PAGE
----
Question: Is a driving school responsible for its students’ compliance with testing regulations?
Guidance: If the school is not an “employer,” the student driver is ultimately responsible for meeting the drug and alcohol testing requirements for commercial operators. The school may, however, ensure that the student driver has complied with the requirements of part 382 prior to allowing the student driver to operate a CDL vehicle.
- Section § 382.103: Applicability
This document provides guidance on the following questions:
Question 2a: Are students training to be commercial motor vehicle drivers subject to drug and alcohol testing?
Guidance: Yes. The regulations in 49 CFR Part 382 apply to drivers operating a commercial motor vehicle (CMV) requiring a commercial driver’s license (CDL) or commercial learner’s permit (CLP) in commerce.
But read this, also:
Question 2b: What is the driving school’s responsibility for drug and alcohol testing?
Guidance: If a driver training school employs a student driver or leases a CMV to the student driver and the CMV is operated in commerce by the school, then the regulations in 49 CFR Part 382 apply to the driver training school. If the school is not an employer, the student driver is ultimately responsible for meeting these requirements, however, the school may ensure that the student driver has complied with the requirements of part 382 prior to allowing the student driver to operate a CDL vehicle.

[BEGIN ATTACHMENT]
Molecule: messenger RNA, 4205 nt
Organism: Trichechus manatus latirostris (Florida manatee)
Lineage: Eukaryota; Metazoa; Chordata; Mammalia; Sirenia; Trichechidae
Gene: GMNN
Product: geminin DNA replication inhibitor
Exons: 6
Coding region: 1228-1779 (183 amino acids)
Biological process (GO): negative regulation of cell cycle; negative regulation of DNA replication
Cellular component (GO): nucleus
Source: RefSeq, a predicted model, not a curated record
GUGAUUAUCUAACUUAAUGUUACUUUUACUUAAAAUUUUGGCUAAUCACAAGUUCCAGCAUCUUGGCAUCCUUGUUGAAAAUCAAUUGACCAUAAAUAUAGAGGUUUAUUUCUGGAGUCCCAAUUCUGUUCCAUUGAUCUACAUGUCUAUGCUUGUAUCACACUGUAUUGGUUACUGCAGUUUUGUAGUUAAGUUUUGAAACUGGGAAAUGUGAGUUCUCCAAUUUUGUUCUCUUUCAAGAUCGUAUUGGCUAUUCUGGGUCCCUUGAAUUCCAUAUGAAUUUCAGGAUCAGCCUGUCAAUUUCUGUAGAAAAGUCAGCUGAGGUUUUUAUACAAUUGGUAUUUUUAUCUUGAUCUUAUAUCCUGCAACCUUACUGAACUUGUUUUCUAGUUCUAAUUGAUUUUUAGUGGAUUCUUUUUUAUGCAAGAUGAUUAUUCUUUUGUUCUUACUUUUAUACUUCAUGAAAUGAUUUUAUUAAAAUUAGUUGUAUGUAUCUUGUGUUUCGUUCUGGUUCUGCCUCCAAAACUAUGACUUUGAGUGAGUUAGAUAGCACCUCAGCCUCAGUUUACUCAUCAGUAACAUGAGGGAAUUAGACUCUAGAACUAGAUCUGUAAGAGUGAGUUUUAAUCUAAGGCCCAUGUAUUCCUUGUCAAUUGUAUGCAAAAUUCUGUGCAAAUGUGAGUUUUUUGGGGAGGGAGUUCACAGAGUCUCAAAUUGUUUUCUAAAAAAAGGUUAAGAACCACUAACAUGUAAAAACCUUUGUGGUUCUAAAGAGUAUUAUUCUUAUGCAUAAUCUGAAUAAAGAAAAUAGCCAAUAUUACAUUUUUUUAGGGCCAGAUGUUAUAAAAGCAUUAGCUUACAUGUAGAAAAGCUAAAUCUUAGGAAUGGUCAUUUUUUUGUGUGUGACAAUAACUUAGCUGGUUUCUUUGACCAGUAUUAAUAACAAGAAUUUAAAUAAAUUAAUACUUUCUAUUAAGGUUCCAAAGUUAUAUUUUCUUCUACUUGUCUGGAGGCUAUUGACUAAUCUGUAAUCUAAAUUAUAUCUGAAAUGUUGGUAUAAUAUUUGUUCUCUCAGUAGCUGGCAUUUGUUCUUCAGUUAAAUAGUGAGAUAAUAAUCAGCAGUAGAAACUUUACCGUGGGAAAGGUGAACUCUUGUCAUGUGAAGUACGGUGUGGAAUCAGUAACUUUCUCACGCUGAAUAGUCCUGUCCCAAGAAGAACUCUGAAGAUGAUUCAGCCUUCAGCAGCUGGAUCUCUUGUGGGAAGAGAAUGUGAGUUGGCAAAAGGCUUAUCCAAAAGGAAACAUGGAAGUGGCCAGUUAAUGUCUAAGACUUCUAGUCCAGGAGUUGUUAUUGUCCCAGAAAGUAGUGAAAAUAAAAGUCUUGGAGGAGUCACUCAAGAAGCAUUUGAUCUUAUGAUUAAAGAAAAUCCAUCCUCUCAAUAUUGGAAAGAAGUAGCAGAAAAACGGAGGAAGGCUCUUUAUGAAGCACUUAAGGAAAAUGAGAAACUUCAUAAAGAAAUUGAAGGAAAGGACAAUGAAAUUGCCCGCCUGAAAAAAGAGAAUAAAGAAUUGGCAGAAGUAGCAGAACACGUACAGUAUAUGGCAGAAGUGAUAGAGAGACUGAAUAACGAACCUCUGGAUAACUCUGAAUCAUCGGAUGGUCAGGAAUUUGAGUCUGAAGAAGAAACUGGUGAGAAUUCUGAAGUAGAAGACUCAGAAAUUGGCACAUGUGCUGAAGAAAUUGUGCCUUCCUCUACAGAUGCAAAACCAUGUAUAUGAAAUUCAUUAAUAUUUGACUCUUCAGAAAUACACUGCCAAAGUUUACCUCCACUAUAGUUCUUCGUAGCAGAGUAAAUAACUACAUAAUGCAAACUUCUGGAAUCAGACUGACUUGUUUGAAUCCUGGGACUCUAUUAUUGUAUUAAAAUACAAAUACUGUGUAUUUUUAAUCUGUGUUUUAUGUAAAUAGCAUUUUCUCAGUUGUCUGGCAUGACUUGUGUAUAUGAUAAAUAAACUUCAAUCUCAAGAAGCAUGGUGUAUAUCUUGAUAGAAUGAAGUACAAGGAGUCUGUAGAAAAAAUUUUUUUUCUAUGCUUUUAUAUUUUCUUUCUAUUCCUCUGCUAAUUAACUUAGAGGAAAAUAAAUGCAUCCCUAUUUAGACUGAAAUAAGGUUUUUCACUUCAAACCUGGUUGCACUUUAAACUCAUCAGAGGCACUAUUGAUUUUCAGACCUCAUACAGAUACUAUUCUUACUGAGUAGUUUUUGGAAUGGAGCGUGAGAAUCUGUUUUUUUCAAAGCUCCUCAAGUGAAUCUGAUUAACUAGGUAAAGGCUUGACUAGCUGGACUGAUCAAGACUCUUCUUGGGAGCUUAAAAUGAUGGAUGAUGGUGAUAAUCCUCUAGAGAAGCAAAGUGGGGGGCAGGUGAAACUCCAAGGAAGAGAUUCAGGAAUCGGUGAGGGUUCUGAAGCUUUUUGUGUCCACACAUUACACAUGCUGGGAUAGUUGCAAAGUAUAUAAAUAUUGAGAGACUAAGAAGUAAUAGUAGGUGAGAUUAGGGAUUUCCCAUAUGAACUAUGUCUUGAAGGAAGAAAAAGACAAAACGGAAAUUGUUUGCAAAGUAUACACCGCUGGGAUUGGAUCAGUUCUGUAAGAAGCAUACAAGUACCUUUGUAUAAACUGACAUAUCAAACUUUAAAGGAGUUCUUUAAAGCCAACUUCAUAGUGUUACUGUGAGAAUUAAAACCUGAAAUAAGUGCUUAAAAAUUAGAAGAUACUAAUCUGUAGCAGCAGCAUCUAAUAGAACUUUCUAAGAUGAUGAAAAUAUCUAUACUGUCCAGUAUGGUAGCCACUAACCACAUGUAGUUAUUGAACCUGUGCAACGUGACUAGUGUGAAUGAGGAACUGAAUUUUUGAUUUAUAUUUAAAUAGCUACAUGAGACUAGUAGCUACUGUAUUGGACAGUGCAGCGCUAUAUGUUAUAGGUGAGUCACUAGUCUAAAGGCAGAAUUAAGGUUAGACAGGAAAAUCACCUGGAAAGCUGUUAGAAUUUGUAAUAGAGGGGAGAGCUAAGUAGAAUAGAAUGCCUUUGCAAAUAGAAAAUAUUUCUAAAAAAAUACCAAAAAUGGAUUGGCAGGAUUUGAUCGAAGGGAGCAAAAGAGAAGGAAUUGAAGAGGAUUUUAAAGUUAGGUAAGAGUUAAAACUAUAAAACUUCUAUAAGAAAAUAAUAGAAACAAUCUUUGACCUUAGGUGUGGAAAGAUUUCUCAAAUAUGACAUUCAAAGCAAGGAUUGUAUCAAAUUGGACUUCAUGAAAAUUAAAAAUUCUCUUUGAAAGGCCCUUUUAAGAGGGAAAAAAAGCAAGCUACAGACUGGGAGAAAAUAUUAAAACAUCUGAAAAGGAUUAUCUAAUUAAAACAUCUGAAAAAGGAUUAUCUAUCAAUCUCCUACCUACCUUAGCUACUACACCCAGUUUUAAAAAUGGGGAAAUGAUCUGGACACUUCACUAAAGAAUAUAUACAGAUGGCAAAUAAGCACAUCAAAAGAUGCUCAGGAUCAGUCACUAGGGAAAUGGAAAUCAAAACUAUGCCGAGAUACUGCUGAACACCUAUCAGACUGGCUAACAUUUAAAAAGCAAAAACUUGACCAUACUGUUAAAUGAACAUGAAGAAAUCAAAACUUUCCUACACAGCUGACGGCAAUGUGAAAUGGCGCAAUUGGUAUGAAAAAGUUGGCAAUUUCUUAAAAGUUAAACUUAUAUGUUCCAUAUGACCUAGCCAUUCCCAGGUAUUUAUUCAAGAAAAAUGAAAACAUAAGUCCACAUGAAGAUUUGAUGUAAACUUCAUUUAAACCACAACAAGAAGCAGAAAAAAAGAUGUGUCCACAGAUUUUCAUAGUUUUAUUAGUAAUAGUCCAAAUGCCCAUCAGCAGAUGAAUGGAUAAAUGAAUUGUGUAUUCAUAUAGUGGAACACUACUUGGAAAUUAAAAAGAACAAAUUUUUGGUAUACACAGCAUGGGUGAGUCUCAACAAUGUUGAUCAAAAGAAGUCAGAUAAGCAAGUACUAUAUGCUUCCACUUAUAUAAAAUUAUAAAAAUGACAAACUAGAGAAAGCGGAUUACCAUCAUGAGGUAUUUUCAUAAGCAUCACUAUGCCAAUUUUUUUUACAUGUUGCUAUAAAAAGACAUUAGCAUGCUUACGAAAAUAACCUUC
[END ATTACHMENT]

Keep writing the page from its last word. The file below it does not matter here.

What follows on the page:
And read this:
Question 2c: Are student drivers required to obtain a CDL in order to operate CMV training vehicles provided by the school?
Guidance: Not necessarily. To operate a CMV on public roads or highways, a student driver is required to either (a) possess a valid CDL or (b) possess a valid commercial learner’s permit, which requires meeting the minimum conditions in 49 C.F.R. 383.25(a).
- FMCSA Clearinghouse Guidance on Student Driver Registration
This document covers how student drivers are required to register in and use the Clearinghouse. Registration in and use of the Clearinghouse depends on the type of CDL training program the driving student attends. There are steps necessary for those enrolled in an INDEPENDENT CDL training program versus those enrolled in an EMPLOYER-BASED CDL training program.
- Clearinghouse Registration on Updating the Student Driver Role
This attachment addresses when an individual is required to update their student driver role in the Clearinghouse when the individual is no longer considered to be a student driver – when they are no longer enrolled in a CDL school and will be performing safety-sensitive functions.
The attachment also addresses how to carry out the specific steps for updating their role in the Clearinghouse.
Join us for a special FREE Q&A Session with FMCSA
We understand how important this issue is to many of our members. So we have invited FMCSA representatives to answer your questions.
Thursday, October 26
1 p.m. (EST) | 12 p.m. (CST) | 11 a.m. (MST)
Please review the provided information in advance of the webinar.
Remember: FMCSA is the authoritative source for all Clearinghouse information and how to interpret and understand the FMCSA’s drug and alcohol testing regulations.